Nature in Quarantine: Nurturing the Home


Article graphic by Aimee Lister

Lockdown is very much a confirmed reality by now. One form of outdoor exercise a day as part of this may seem constrictive, as the majority of people long for the outside world more than ever. But, for those of us living near natural spaces we can take this opportunity to make even more of nature as part of our home.


Consider my daily walk: A small yet vibrant patch of grass next to my house begins the route. Nature seems unaffected by the buildings and concrete that enfold, effortlessly weaving itself through them. Blossom trees reveal hints of pink and the bees have started to show. Artificial noise is non-existent - cars are stationary, planes are grounded and the majority of building works have ceased. Social distancing has tampered with the sound controls. There is birdsong, the only sound cutting through this current silence.


Nature seems unaffected by the buildings and concrete that enfold, effortlessly weaving itself through them.

During the walk, I realise the part humans have always played in the sensory landscape of nature. It is part of our home, a safe space we as individuals have always existed harmoniously with and now can appreciate more as we savour our briefer moments with it. Our aural presence adds to it. We have always added to the natural soundscape talking, breathing and laughing outside. But with the reduction in artificial noise and in our time outside, we are contributing less and paying more attention to the sounds of the natural world. Nature not only shares these sounds but as we engage with nature it also rejuvenates our ability to feel; sunlight cradles us and the rain cleanses us, and we carry these moments with us. We can appreciate the intrinsic need to physically feel through the elements the indoor domestic space denies us. Such exposure to the natural world improves our moods. Spending five minutes outside increases our levels of serotonin, reduces melatonin to help us sleep better, and lowers levels of stress and anxiety.


But with the reduction in artificial noise and in our time outside, we are contributing less and paying more attention to the sounds of the natural world.

Just as we enjoy experiencing nature as part of our home, we can make this a two-way engagement. It is clearer than ever now how nature is inherent to our very humanity and how nature can thrive because of us. However this is a position of privilege. Frontline health workers currently do not have such an opportunity to interact with the natural world, as the domestic space predominates their essential work. Contrasting this is the plight of the homeless and refugees who crave the indoor space rather than nature and the harshness of its elements.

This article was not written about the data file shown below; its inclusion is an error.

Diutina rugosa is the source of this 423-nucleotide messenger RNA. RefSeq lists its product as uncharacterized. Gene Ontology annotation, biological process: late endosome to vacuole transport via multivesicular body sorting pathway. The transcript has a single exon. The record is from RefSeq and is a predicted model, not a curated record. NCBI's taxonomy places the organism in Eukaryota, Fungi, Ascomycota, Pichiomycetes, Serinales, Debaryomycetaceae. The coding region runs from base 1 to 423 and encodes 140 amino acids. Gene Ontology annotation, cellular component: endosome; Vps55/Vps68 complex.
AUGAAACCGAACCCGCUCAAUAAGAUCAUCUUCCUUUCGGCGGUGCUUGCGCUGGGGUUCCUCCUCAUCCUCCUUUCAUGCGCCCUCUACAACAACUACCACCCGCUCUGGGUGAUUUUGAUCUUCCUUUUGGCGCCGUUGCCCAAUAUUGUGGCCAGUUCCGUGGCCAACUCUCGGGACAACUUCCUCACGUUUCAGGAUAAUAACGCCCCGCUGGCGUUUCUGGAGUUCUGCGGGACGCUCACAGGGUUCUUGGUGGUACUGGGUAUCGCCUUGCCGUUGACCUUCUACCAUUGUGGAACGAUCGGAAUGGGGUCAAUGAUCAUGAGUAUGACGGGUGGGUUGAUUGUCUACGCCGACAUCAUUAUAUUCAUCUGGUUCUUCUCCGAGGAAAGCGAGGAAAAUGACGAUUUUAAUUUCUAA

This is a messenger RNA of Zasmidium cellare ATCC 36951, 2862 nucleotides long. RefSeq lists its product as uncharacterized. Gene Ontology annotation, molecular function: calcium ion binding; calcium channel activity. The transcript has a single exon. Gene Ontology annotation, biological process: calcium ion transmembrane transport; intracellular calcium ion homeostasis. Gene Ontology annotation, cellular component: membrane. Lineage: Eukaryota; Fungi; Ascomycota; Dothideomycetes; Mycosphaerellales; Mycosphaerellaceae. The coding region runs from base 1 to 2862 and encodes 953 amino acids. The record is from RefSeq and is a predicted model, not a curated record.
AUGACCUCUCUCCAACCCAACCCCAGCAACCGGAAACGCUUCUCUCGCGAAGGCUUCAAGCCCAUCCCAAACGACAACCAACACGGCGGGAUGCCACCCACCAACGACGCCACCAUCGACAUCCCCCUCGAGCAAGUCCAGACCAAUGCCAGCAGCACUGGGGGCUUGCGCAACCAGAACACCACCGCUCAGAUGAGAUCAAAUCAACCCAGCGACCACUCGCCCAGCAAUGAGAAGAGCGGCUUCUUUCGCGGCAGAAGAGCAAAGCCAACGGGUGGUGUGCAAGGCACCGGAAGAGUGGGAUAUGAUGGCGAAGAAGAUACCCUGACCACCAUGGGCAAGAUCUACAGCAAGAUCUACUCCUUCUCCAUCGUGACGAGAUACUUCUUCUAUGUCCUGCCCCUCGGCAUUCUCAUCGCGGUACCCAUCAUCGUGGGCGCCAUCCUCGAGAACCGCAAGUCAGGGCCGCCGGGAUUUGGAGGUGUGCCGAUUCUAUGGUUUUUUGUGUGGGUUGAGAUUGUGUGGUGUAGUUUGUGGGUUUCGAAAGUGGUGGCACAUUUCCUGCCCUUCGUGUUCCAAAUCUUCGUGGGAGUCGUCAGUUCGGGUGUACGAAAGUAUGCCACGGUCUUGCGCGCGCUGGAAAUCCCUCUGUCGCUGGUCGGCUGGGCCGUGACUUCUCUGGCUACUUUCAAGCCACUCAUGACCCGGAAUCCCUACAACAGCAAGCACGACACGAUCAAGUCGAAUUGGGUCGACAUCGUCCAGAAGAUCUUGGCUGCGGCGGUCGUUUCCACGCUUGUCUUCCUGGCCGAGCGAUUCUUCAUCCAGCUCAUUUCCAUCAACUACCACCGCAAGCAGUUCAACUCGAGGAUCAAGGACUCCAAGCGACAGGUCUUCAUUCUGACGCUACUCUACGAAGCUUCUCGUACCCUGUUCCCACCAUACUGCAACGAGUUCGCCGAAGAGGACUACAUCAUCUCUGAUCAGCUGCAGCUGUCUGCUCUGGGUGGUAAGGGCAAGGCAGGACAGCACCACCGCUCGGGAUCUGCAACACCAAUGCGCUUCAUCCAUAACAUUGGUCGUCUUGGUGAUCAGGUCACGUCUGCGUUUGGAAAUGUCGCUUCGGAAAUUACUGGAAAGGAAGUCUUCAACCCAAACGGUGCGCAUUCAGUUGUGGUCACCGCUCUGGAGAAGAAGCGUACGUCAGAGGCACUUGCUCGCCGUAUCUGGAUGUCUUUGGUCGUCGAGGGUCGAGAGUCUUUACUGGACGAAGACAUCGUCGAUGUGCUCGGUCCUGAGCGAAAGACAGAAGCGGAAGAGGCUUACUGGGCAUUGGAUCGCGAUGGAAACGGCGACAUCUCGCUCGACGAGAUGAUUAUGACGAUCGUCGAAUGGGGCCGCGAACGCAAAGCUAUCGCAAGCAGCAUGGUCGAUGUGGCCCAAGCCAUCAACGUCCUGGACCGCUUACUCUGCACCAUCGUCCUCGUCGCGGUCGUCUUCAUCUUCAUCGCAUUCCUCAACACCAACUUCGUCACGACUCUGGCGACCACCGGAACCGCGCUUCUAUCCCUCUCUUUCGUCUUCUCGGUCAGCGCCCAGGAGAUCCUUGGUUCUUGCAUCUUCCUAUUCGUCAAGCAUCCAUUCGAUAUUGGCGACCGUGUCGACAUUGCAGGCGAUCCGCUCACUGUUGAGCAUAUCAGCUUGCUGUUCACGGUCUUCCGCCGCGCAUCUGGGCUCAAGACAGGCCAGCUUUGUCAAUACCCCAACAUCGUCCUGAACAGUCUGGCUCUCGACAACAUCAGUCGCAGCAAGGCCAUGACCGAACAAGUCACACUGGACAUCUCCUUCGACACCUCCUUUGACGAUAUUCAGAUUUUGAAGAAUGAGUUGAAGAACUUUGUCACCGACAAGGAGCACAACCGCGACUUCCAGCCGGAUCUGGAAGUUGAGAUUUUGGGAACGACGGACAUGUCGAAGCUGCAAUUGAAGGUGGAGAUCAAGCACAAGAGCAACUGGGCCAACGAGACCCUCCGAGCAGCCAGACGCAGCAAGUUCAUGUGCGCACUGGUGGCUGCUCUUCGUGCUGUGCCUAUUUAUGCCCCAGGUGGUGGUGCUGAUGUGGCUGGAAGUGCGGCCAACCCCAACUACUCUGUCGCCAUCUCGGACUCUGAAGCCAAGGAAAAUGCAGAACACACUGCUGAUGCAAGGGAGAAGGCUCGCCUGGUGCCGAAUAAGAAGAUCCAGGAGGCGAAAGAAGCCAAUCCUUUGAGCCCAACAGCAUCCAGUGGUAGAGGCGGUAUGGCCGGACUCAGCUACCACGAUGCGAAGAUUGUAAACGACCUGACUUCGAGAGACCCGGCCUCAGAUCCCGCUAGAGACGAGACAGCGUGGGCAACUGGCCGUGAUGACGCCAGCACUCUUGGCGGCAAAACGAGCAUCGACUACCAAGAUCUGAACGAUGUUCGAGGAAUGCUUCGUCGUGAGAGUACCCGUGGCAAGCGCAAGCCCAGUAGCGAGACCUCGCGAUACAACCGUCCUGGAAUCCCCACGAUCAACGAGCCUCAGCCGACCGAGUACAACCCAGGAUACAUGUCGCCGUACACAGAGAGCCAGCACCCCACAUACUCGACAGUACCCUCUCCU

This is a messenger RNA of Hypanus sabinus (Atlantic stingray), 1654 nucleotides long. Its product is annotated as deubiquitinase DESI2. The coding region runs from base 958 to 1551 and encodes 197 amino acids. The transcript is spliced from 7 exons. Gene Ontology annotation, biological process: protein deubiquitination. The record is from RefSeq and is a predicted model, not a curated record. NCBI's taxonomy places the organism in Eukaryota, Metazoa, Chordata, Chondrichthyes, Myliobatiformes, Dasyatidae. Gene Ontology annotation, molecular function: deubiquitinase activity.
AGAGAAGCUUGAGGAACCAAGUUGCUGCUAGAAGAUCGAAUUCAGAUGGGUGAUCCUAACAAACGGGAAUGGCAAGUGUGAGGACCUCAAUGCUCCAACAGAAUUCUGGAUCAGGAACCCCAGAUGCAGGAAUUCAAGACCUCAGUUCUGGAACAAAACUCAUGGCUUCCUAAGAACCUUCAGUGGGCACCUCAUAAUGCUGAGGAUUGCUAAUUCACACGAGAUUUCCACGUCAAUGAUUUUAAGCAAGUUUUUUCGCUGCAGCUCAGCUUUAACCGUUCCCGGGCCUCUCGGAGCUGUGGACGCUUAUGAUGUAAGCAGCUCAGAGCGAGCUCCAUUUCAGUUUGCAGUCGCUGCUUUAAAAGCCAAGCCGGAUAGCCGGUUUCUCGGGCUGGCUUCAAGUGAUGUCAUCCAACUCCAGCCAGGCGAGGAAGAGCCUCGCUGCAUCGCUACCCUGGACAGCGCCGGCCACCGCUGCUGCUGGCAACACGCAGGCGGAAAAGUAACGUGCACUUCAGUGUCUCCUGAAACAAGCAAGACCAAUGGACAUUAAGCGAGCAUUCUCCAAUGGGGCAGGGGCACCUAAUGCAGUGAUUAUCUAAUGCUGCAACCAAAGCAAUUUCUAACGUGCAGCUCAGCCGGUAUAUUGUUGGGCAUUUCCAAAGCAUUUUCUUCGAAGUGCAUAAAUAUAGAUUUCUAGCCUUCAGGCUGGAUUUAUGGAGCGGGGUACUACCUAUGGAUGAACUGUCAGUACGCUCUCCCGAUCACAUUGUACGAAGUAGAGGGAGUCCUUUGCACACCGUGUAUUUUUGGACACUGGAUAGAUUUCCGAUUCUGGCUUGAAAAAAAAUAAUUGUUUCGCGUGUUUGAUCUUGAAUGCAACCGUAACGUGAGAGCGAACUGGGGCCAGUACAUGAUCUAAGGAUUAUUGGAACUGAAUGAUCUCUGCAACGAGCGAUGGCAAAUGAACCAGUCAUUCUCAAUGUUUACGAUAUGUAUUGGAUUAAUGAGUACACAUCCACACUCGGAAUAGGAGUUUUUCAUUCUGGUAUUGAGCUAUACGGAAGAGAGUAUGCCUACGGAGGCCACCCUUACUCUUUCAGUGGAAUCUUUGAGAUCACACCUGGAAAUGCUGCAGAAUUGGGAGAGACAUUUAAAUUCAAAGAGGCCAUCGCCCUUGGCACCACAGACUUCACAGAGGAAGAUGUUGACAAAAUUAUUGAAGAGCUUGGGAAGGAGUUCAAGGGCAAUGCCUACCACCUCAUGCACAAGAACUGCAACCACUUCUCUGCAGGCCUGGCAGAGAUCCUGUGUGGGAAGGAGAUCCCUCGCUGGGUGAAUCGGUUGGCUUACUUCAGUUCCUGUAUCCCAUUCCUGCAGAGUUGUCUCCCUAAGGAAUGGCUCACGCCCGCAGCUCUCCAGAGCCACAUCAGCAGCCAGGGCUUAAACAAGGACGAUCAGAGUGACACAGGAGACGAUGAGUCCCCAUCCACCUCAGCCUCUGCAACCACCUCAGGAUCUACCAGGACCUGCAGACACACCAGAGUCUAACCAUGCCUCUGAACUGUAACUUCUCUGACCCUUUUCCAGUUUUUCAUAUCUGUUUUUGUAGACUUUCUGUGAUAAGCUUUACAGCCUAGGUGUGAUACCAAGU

Those of us in a more lucky position must use it and nurture the opportunity to be on the frontline of the climate crisis. Going for a walk, a run, or a cycle can help us understand why having the luxury of the natural world is worth fighting for. We have more of an incentive to do this at the moment as the majority of us will be driving far less during the lockdown. Familiarising ourselves with nature more, we can begin to love it more. There are more direct yet equally simple ways to achieve this. A recent project in Wanstead, part of my local area, saw wildflowers being planted in a nearby park earlier this year to encourage biodiversity. The grass around them was left undisturbed so the new wildlife system could naturalise in a healthy way. Such a small act contributes to helping local ecosystems and their greenery, something we can all do. If you have a garden, you can plant new plants or get bird seed to bring out more local species. If not, it is possible to plant around trees in the streets or nurture communal green patches. Even caring for your own household plants in the domestic space forges our relationship with nature and increases awareness.


Those of us in a more lucky position must use it and nurture the opportunity to be on the frontline of the climate crisis.

As a result of the pandemic there are some new steps we can take. Some local councils, including my own, have currently halted recycling services due to the pandemic. While not everyone will have enough space, even keeping a few of these recyclable items for reuse, creative use or until services resume decreases waste. This is something everyone can do. Other feasible acts such as eating leftover food and limiting waste, although seemingly unrelated, helps nature. By reducing the amount that goes to landfill sites less greenhouse gases are emitted and CO2 levels are reduced. Equally effective is our consumption of animal products. Choosing to eat meat perhaps only a couple of times a week is a small change that can make a huge difference. Animal farming generates more greenhouse gases than all global transport systems combined. As we spend more time cooking and eating at home, minor alterations such as these can help deliver immense change.


As we spend more time cooking and eating at home, minor alterations such as these can help deliver immense change.

If there is anything that this pandemic has taught us, it is how humanity needs nature as part of a safe home space. We can easily enjoy it, engage with it and be constructive in preventing it’s destruction, allowing us to continue reaping the rewards it provides. Most importantly, it is clear how we can easily take the incredibly meaningful steps towards giving back to nature. In doing this we say thank you, demonstrating our appreciation of its place in our lives and helping to ensure that it is not us that prevent its thriving.

Written by Louder Than the Storm Writer Hana Edwards


#HANA_EDWARDS


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